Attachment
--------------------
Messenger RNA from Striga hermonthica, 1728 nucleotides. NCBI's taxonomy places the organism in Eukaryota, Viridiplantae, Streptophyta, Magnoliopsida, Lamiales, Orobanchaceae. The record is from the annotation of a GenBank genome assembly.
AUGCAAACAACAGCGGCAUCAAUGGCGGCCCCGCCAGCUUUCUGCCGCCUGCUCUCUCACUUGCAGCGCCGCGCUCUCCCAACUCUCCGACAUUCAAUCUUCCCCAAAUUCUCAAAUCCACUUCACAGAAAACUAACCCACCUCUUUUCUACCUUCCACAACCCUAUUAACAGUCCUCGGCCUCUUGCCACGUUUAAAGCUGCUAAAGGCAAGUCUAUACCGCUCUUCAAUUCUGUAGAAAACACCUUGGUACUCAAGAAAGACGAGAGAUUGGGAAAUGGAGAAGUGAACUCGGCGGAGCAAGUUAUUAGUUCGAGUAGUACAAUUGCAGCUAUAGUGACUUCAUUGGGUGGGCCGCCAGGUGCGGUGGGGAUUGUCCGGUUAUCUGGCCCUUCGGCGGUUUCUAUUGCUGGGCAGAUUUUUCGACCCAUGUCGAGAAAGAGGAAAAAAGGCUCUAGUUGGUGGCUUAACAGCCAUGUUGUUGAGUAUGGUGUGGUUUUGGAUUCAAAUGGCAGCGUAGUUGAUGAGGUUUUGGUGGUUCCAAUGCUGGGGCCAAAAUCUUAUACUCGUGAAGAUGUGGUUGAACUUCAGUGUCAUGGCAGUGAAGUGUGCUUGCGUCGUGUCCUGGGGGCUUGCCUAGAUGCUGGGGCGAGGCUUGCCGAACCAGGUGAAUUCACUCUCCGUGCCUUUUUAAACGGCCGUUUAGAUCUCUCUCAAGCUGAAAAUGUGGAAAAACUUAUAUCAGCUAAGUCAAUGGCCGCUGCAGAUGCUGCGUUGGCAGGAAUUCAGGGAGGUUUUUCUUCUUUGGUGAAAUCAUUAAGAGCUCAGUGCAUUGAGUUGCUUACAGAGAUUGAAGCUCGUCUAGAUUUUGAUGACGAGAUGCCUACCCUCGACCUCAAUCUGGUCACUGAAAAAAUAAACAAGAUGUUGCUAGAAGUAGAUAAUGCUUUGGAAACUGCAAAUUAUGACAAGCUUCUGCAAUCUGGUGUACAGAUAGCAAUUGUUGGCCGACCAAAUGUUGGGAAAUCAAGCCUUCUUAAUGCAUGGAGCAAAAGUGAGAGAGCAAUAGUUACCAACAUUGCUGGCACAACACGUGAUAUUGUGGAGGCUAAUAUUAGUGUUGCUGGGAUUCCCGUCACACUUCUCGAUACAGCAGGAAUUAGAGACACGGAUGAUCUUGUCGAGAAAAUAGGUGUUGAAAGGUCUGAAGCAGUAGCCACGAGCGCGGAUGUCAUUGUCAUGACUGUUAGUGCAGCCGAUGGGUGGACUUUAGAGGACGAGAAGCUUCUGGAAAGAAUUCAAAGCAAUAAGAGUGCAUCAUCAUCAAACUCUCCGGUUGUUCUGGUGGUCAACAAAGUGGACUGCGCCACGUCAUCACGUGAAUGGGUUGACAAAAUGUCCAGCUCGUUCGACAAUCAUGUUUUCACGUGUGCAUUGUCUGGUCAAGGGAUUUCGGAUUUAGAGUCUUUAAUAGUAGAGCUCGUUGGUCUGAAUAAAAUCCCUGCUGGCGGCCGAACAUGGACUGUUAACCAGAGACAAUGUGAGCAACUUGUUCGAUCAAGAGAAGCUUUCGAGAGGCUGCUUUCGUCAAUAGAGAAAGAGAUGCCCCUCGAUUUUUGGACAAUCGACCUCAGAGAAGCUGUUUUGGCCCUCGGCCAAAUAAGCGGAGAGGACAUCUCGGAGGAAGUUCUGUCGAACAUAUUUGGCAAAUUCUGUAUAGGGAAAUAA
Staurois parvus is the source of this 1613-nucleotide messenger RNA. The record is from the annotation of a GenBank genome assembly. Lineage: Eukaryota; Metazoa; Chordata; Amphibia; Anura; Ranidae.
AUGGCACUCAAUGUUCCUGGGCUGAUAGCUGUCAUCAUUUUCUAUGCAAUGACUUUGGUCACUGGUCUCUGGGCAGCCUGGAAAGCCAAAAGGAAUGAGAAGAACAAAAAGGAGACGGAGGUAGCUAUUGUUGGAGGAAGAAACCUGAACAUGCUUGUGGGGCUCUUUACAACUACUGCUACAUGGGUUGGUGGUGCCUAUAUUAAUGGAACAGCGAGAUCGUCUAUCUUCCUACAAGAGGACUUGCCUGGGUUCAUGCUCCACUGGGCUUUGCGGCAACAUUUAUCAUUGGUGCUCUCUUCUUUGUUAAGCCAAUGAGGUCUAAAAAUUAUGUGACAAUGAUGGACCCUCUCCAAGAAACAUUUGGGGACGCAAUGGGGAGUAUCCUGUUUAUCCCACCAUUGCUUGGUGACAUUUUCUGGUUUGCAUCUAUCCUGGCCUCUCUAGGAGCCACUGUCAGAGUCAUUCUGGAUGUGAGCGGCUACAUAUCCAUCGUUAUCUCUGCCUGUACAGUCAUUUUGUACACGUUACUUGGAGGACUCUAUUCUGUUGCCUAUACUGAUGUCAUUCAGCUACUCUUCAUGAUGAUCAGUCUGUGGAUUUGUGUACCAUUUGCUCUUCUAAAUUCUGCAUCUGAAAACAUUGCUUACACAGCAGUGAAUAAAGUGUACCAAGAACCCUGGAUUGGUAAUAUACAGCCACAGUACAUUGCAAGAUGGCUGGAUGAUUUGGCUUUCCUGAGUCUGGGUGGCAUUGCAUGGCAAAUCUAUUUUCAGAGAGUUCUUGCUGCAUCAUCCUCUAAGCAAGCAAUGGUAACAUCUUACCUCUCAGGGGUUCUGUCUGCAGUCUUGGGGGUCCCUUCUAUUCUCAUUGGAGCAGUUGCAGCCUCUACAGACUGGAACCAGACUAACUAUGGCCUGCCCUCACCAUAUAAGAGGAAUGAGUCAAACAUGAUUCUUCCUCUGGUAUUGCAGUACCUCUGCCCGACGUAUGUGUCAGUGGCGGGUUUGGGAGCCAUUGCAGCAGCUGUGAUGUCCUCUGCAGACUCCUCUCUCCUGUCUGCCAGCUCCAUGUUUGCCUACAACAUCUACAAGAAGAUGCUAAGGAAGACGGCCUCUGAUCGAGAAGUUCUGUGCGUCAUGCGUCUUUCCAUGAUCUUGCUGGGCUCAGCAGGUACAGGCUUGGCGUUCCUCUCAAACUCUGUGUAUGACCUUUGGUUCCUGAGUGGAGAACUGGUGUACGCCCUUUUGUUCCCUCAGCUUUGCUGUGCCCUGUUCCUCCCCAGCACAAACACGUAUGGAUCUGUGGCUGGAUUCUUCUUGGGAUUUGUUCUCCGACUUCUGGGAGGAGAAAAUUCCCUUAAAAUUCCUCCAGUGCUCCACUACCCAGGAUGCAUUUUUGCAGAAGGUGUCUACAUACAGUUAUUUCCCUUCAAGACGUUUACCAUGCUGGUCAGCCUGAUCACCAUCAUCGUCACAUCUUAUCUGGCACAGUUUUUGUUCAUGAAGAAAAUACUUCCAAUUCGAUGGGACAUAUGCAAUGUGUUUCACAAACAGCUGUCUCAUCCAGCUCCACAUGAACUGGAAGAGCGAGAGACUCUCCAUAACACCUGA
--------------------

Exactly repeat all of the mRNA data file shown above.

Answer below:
Messenger RNA from Striga hermonthica, 1728 nucleotides. NCBI's taxonomy places the organism in Eukaryota, Viridiplantae, Streptophyta, Magnoliopsida, Lamiales, Orobanchaceae. The record is from the annotation of a GenBank genome assembly.
AUGCAAACAACAGCGGCAUCAAUGGCGGCCCCGCCAGCUUUCUGCCGCCUGCUCUCUCACUUGCAGCGCCGCGCUCUCCCAACUCUCCGACAUUCAAUCUUCCCCAAAUUCUCAAAUCCACUUCACAGAAAACUAACCCACCUCUUUUCUACCUUCCACAACCCUAUUAACAGUCCUCGGCCUCUUGCCACGUUUAAAGCUGCUAAAGGCAAGUCUAUACCGCUCUUCAAUUCUGUAGAAAACACCUUGGUACUCAAGAAAGACGAGAGAUUGGGAAAUGGAGAAGUGAACUCGGCGGAGCAAGUUAUUAGUUCGAGUAGUACAAUUGCAGCUAUAGUGACUUCAUUGGGUGGGCCGCCAGGUGCGGUGGGGAUUGUCCGGUUAUCUGGCCCUUCGGCGGUUUCUAUUGCUGGGCAGAUUUUUCGACCCAUGUCGAGAAAGAGGAAAAAAGGCUCUAGUUGGUGGCUUAACAGCCAUGUUGUUGAGUAUGGUGUGGUUUUGGAUUCAAAUGGCAGCGUAGUUGAUGAGGUUUUGGUGGUUCCAAUGCUGGGGCCAAAAUCUUAUACUCGUGAAGAUGUGGUUGAACUUCAGUGUCAUGGCAGUGAAGUGUGCUUGCGUCGUGUCCUGGGGGCUUGCCUAGAUGCUGGGGCGAGGCUUGCCGAACCAGGUGAAUUCACUCUCCGUGCCUUUUUAAACGGCCGUUUAGAUCUCUCUCAAGCUGAAAAUGUGGAAAAACUUAUAUCAGCUAAGUCAAUGGCCGCUGCAGAUGCUGCGUUGGCAGGAAUUCAGGGAGGUUUUUCUUCUUUGGUGAAAUCAUUAAGAGCUCAGUGCAUUGAGUUGCUUACAGAGAUUGAAGCUCGUCUAGAUUUUGAUGACGAGAUGCCUACCCUCGACCUCAAUCUGGUCACUGAAAAAAUAAACAAGAUGUUGCUAGAAGUAGAUAAUGCUUUGGAAACUGCAAAUUAUGACAAGCUUCUGCAAUCUGGUGUACAGAUAGCAAUUGUUGGCCGACCAAAUGUUGGGAAAUCAAGCCUUCUUAAUGCAUGGAGCAAAAGUGAGAGAGCAAUAGUUACCAACAUUGCUGGCACAACACGUGAUAUUGUGGAGGCUAAUAUUAGUGUUGCUGGGAUUCCCGUCACACUUCUCGAUACAGCAGGAAUUAGAGACACGGAUGAUCUUGUCGAGAAAAUAGGUGUUGAAAGGUCUGAAGCAGUAGCCACGAGCGCGGAUGUCAUUGUCAUGACUGUUAGUGCAGCCGAUGGGUGGACUUUAGAGGACGAGAAGCUUCUGGAAAGAAUUCAAAGCAAUAAGAGUGCAUCAUCAUCAAACUCUCCGGUUGUUCUGGUGGUCAACAAAGUGGACUGCGCCACGUCAUCACGUGAAUGGGUUGACAAAAUGUCCAGCUCGUUCGACAAUCAUGUUUUCACGUGUGCAUUGUCUGGUCAAGGGAUUUCGGAUUUAGAGUCUUUAAUAGUAGAGCUCGUUGGUCUGAAUAAAAUCCCUGCUGGCGGCCGAACAUGGACUGUUAACCAGAGACAAUGUGAGCAACUUGUUCGAUCAAGAGAAGCUUUCGAGAGGCUGCUUUCGUCAAUAGAGAAAGAGAUGCCCCUCGAUUUUUGGACAAUCGACCUCAGAGAAGCUGUUUUGGCCCUCGGCCAAAUAAGCGGAGAGGACAUCUCGGAGGAAGUUCUGUCGAACAUAUUUGGCAAAUUCUGUAUAGGGAAAUAA
Staurois parvus is the source of this 1613-nucleotide messenger RNA. The record is from the annotation of a GenBank genome assembly. Lineage: Eukaryota; Metazoa; Chordata; Amphibia; Anura; Ranidae.
AUGGCACUCAAUGUUCCUGGGCUGAUAGCUGUCAUCAUUUUCUAUGCAAUGACUUUGGUCACUGGUCUCUGGGCAGCCUGGAAAGCCAAAAGGAAUGAGAAGAACAAAAAGGAGACGGAGGUAGCUAUUGUUGGAGGAAGAAACCUGAACAUGCUUGUGGGGCUCUUUACAACUACUGCUACAUGGGUUGGUGGUGCCUAUAUUAAUGGAACAGCGAGAUCGUCUAUCUUCCUACAAGAGGACUUGCCUGGGUUCAUGCUCCACUGGGCUUUGCGGCAACAUUUAUCAUUGGUGCUCUCUUCUUUGUUAAGCCAAUGAGGUCUAAAAAUUAUGUGACAAUGAUGGACCCUCUCCAAGAAACAUUUGGGGACGCAAUGGGGAGUAUCCUGUUUAUCCCACCAUUGCUUGGUGACAUUUUCUGGUUUGCAUCUAUCCUGGCCUCUCUAGGAGCCACUGUCAGAGUCAUUCUGGAUGUGAGCGGCUACAUAUCCAUCGUUAUCUCUGCCUGUACAGUCAUUUUGUACACGUUACUUGGAGGACUCUAUUCUGUUGCCUAUACUGAUGUCAUUCAGCUACUCUUCAUGAUGAUCAGUCUGUGGAUUUGUGUACCAUUUGCUCUUCUAAAUUCUGCAUCUGAAAACAUUGCUUACACAGCAGUGAAUAAAGUGUACCAAGAACCCUGGAUUGGUAAUAUACAGCCACAGUACAUUGCAAGAUGGCUGGAUGAUUUGGCUUUCCUGAGUCUGGGUGGCAUUGCAUGGCAAAUCUAUUUUCAGAGAGUUCUUGCUGCAUCAUCCUCUAAGCAAGCAAUGGUAACAUCUUACCUCUCAGGGGUUCUGUCUGCAGUCUUGGGGGUCCCUUCUAUUCUCAUUGGAGCAGUUGCAGCCUCUACAGACUGGAACCAGACUAACUAUGGCCUGCCCUCACCAUAUAAGAGGAAUGAGUCAAACAUGAUUCUUCCUCUGGUAUUGCAGUACCUCUGCCCGACGUAUGUGUCAGUGGCGGGUUUGGGAGCCAUUGCAGCAGCUGUGAUGUCCUCUGCAGACUCCUCUCUCCUGUCUGCCAGCUCCAUGUUUGCCUACAACAUCUACAAGAAGAUGCUAAGGAAGACGGCCUCUGAUCGAGAAGUUCUGUGCGUCAUGCGUCUUUCCAUGAUCUUGCUGGGCUCAGCAGGUACAGGCUUGGCGUUCCUCUCAAACUCUGUGUAUGACCUUUGGUUCCUGAGUGGAGAACUGGUGUACGCCCUUUUGUUCCCUCAGCUUUGCUGUGCCCUGUUCCUCCCCAGCACAAACACGUAUGGAUCUGUGGCUGGAUUCUUCUUGGGAUUUGUUCUCCGACUUCUGGGAGGAGAAAAUUCCCUUAAAAUUCCUCCAGUGCUCCACUACCCAGGAUGCAUUUUUGCAGAAGGUGUCUACAUACAGUUAUUUCCCUUCAAGACGUUUACCAUGCUGGUCAGCCUGAUCACCAUCAUCGUCACAUCUUAUCUGGCACAGUUUUUGUUCAUGAAGAAAAUACUUCCAAUUCGAUGGGACAUAUGCAAUGUGUUUCACAAACAGCUGUCUCAUCCAGCUCCACAUGAACUGGAAGAGCGAGAGACUCUCCAUAACACCUGA